- In Colombia, the consolidation of the ceasefire and cessation of hostilities that followed the signing of a peace agreement between the Government of Colombia and the Revolutionary Armed Forces of Colombia-People’s Army (FARC-EP) on 24 November 2016, and the historic completion of the laying down of weapons, represented major milestones in peace implementation. The strong commitment of the parties kept the peace process on track despite numerous challenges. The United Nations Mission in Colombia has verified the ceasefire. The Mission also monitored the movement of more than 7,000 FARC-EP members to the 26 assembly zones and points. On 10 July, following a request by the parties, the Council adopted resolution 2366 (2017) establishing a follow-on mission – the now-established United Nations Verification Mission in Colombia -- to verify the reintegration of FARC-EP members and the implementation of security guarantees for the group and for conflict-affected communities. By supporting the crucial reintegration phase, the second mission can play an important role in helping consolidate peace in Colombia.
- The reporting period witnessed a high level of activity and unprecedented progress, but also stagnations and serious challenges in talks between the Greek Cypriot and Turkish Cypriot leaders, which were facilitated by the United Nations. The January 2017 Conference on Cyprus aimed to discuss the sixth and last chapter of the negotiations on security and guarantees, with the participation of the guarantor Powers and in the presence of the European Union as an observer. However, in early July, after intense negotiations, and in consultation with the participants, the Secretary-General closed the Conference without an agreement having been reached. The United Nations, as facilitator of the process, remains at the disposal of the parties.
- During the reporting period, the Special Envoy for Syria held four rounds of intra-Syrian negotiations in Geneva on the basis of Security Council resolution 2254 (2015) and the Geneva communiqué of June 2012. The talks were guided by the substantive agenda regarding political transition issues, which was approved by the Council in March 2017.
- In Iraq, the completion of the military campaign in Mosul sharpened the expectations and role of the United Nations Assistance Mission for Iraq (UNAMI). UNAMI must now focus on a number of pressing issues, in consultation with the Government of Iraq, including: promoting bilateral dialogue between key actors from Baghdad and Erbil; facilitating efforts to reach a process of national and societal reconciliation; assisting the development of processes for holding elections; supporting accountability and justice for human rights violations and war crimes; and advising on security sector reform as well as assisting the voluntary, dignified and safe return of 3 million internally displaced persons to liberated areas.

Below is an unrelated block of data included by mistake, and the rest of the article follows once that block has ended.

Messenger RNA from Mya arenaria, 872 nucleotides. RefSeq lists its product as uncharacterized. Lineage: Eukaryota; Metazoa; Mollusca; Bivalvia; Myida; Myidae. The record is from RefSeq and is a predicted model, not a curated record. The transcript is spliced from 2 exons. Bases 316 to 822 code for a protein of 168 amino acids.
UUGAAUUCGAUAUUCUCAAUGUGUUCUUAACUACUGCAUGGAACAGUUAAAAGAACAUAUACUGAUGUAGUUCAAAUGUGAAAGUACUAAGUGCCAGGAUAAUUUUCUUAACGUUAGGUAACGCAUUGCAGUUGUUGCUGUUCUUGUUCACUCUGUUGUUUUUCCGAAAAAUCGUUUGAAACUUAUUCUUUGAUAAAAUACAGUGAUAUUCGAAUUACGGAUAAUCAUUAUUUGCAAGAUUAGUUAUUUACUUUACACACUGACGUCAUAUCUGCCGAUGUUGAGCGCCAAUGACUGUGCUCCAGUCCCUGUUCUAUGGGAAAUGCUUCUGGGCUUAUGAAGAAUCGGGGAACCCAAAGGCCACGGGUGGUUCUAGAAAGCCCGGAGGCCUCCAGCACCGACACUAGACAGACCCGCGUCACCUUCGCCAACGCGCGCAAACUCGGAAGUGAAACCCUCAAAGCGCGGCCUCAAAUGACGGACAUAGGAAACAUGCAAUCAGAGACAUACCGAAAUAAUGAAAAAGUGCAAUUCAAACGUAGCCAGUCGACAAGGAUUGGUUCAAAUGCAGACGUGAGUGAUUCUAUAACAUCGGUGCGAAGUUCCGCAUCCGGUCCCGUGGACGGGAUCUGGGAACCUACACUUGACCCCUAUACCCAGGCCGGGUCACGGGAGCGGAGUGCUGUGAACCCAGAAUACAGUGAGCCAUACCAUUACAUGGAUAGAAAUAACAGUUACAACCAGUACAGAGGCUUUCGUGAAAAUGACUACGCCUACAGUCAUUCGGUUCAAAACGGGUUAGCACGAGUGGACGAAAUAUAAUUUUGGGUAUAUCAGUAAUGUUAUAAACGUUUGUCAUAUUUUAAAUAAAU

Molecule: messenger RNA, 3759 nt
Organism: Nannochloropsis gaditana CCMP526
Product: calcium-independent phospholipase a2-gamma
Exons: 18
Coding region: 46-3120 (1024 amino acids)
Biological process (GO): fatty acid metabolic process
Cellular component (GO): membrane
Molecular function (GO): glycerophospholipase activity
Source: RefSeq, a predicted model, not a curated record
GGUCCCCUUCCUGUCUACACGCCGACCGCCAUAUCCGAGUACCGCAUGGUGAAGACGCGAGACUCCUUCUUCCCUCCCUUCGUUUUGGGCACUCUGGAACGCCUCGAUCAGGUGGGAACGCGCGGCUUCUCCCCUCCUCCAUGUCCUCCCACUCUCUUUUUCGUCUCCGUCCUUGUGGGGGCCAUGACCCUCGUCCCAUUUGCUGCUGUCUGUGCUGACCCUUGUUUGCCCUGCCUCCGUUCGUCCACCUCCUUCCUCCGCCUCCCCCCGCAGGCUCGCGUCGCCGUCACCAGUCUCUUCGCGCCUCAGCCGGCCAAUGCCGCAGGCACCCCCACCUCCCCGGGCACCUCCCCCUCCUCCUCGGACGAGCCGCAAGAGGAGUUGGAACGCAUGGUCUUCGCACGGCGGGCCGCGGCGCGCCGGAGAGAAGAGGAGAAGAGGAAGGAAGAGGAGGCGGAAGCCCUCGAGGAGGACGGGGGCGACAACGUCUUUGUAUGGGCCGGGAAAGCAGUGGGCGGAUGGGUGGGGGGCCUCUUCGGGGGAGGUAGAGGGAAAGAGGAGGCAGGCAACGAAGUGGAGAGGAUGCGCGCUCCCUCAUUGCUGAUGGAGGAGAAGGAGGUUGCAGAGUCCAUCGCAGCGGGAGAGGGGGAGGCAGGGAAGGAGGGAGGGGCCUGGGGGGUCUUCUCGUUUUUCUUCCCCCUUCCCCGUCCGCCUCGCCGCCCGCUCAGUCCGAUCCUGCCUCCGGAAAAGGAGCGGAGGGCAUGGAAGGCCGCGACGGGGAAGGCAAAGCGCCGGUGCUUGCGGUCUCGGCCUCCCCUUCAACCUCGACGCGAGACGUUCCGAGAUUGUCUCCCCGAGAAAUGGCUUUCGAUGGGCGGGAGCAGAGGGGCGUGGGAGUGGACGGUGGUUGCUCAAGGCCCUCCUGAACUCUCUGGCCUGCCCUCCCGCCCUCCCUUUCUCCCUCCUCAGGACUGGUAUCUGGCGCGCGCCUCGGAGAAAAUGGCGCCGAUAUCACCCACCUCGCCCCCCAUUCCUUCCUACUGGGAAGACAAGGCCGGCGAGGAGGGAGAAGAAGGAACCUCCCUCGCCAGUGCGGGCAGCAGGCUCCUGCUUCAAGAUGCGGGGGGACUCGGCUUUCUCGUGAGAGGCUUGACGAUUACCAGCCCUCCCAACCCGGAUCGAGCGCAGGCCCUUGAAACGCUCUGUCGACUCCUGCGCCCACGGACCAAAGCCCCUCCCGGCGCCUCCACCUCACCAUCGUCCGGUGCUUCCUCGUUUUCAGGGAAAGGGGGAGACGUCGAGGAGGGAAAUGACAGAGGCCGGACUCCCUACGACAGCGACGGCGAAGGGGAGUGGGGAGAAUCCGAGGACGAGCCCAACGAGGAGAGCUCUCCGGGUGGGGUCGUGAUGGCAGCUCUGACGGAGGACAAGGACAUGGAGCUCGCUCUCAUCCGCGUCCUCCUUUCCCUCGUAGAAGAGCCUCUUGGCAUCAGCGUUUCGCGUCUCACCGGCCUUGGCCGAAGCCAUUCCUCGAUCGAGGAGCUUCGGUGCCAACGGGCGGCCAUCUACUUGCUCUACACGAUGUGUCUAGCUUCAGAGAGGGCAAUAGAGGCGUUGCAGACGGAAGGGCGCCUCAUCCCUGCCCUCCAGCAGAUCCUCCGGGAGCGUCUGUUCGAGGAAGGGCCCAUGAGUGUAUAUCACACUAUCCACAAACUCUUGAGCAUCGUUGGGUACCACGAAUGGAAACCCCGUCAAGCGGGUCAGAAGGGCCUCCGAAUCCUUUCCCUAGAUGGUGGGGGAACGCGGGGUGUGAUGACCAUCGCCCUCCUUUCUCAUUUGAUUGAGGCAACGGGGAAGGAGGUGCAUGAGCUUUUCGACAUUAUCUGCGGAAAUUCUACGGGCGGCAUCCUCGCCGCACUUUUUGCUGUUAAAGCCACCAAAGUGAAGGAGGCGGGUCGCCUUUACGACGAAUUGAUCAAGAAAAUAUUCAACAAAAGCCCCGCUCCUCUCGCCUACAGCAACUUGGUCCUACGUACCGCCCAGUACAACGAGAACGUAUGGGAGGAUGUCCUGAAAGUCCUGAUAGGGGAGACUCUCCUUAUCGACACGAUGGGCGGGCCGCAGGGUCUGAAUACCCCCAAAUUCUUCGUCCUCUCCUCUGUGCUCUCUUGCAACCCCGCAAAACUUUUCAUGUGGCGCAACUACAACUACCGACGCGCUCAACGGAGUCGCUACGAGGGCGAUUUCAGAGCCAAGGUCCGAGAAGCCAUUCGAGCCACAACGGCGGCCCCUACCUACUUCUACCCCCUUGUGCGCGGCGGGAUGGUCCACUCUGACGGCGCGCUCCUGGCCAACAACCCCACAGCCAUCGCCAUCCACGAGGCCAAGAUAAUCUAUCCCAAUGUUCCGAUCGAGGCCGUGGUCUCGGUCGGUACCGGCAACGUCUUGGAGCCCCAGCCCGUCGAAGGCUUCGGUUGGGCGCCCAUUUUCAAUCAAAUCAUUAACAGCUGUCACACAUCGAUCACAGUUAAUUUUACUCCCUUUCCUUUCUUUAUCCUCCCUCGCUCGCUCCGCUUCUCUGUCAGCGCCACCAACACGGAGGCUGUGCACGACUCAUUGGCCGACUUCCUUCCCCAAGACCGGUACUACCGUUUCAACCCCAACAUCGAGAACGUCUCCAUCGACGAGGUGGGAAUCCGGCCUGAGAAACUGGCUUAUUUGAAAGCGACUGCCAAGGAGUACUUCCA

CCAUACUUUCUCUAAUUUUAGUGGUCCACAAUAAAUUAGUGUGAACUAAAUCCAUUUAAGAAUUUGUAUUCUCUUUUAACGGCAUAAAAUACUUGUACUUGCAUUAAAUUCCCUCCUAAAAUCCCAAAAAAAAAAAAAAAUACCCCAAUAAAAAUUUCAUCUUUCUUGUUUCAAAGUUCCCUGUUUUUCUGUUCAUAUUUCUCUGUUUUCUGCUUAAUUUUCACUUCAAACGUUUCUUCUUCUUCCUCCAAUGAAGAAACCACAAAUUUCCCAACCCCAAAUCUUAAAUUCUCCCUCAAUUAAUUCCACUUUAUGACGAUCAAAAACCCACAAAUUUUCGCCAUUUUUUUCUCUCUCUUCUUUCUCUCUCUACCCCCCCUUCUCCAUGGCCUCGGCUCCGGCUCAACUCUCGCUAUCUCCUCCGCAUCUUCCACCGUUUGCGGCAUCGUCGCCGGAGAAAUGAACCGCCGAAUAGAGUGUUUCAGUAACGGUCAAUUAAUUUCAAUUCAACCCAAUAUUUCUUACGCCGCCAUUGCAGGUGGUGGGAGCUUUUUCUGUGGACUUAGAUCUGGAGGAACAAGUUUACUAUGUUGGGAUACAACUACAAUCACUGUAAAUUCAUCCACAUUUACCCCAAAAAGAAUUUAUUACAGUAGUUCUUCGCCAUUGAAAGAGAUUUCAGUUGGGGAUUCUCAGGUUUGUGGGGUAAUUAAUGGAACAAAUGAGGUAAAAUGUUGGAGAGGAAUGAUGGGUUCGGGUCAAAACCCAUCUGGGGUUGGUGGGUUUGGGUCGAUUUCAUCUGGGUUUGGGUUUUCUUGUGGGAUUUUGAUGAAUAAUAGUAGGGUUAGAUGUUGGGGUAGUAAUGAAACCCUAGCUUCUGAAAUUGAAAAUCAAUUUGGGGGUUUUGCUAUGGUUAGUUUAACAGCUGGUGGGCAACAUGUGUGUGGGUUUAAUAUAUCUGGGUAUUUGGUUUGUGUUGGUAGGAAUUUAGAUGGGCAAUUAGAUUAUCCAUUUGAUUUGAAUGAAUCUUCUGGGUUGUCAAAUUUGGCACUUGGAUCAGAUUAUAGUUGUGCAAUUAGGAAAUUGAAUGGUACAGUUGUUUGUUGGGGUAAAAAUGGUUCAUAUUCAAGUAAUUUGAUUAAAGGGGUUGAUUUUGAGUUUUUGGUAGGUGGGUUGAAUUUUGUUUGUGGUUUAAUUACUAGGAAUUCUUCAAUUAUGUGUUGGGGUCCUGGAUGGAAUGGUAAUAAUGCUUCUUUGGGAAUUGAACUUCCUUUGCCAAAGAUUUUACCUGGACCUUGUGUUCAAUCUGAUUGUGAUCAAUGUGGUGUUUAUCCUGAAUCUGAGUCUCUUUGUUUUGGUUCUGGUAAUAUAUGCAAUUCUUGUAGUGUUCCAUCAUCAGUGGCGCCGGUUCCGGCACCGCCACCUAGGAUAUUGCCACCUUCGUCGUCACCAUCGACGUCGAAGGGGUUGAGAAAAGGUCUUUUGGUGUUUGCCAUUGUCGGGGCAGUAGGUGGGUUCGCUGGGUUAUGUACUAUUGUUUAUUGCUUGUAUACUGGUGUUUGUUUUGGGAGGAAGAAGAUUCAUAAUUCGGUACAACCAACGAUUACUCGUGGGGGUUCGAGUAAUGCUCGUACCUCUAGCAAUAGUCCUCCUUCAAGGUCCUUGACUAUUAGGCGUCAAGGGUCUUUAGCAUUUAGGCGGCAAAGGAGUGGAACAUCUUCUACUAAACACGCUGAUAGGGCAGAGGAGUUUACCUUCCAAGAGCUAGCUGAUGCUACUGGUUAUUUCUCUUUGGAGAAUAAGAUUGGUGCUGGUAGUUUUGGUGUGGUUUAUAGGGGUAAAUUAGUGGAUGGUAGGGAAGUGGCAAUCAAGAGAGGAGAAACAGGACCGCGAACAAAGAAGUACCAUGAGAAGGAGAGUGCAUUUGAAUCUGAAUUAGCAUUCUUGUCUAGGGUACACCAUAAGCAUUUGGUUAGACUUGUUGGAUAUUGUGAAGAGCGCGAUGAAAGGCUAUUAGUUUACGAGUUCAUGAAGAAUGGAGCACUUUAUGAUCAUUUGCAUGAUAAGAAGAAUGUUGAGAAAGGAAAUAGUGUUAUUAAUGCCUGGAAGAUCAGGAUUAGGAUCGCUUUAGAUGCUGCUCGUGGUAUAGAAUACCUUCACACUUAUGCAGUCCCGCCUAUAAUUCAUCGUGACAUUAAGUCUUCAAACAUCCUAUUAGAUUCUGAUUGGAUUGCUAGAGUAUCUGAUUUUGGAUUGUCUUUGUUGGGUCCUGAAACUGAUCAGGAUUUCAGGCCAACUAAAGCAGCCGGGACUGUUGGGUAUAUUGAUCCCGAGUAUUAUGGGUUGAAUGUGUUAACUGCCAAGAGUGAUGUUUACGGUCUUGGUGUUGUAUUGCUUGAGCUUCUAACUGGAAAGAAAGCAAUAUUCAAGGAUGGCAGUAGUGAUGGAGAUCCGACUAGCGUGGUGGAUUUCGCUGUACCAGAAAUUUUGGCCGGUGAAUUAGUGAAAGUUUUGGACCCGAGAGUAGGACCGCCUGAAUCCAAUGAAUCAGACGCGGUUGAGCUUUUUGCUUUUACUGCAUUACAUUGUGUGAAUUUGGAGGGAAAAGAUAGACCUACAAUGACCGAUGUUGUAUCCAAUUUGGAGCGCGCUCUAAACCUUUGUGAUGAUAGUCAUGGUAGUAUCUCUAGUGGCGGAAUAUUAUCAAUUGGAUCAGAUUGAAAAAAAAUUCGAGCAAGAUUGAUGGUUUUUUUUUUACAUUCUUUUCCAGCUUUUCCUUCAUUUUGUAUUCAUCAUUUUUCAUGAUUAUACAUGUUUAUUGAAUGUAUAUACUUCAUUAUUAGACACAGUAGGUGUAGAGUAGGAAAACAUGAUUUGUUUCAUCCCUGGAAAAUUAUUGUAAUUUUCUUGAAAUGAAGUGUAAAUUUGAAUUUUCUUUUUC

- On 15 June 2017, the Security Council adopted a presidential statement on Yemen (S/PRST/2017/7) calling on all parties to engage constructively with the latest proposals of the Special Envoy for Yemen with regard to: (a) increasing commercial and humanitarian shipments through Red Sea ports, including new arrangements for the management of Hudaydah port and city; and (b) resuming government salary payments and preserving essential government services in all areas of the country. The Special Envoy has continued to engage with the parties in line with the presidential statement and with a view to reviving political negotiations.
- The conflict in Afghanistan continued unabated during the reporting period. In 2016, the United Nations Assistance Mission in Afghanistan (UNAMA) documented a total of 11,418 civilian casualties, the highest since 2009. Some 650,000 individuals were newly internally displaced by the conflict, and 620,000 Afghans returned from the Islamic Republic of Iran and Pakistan. The Government of Afghanistan secured pledges of military and civilian financial assistance from international partners through 2020 and signed a peace agreement with an opposition armed group, Hezb-i-Islami Gulbuddin. However, there was no progress towards a peace process with the Taliban. Among its core activities, UNAMA supported the preparation of the Brussels Conference on Afghanistan; provided assistance to the electoral management bodies; supported regional initiatives to enhance economic, political and security cooperation; reported on human rights; and advocated for the implementation of the Afghan national plan for the implementation of Security Council resolution 1325 (2000) on women and peace and security.
- In relation to the Democratic People’s Republic of Korea, the Security Council expanded existing sanctions measures in its resolutions 2270 (2016) and 2321 (2016), and introduced new measures on coal, minerals and aviation fuel. In its resolution 2356 (2017), the Council designated for sanction 14 additional individuals and 4 entities.
Title picture: Somali women hold white cards as symbols of peace, at a ceremony to mark International Sports Day for development and peace in Mogadishu on April 06, 2017. UN Photo/Ilyas Ahmed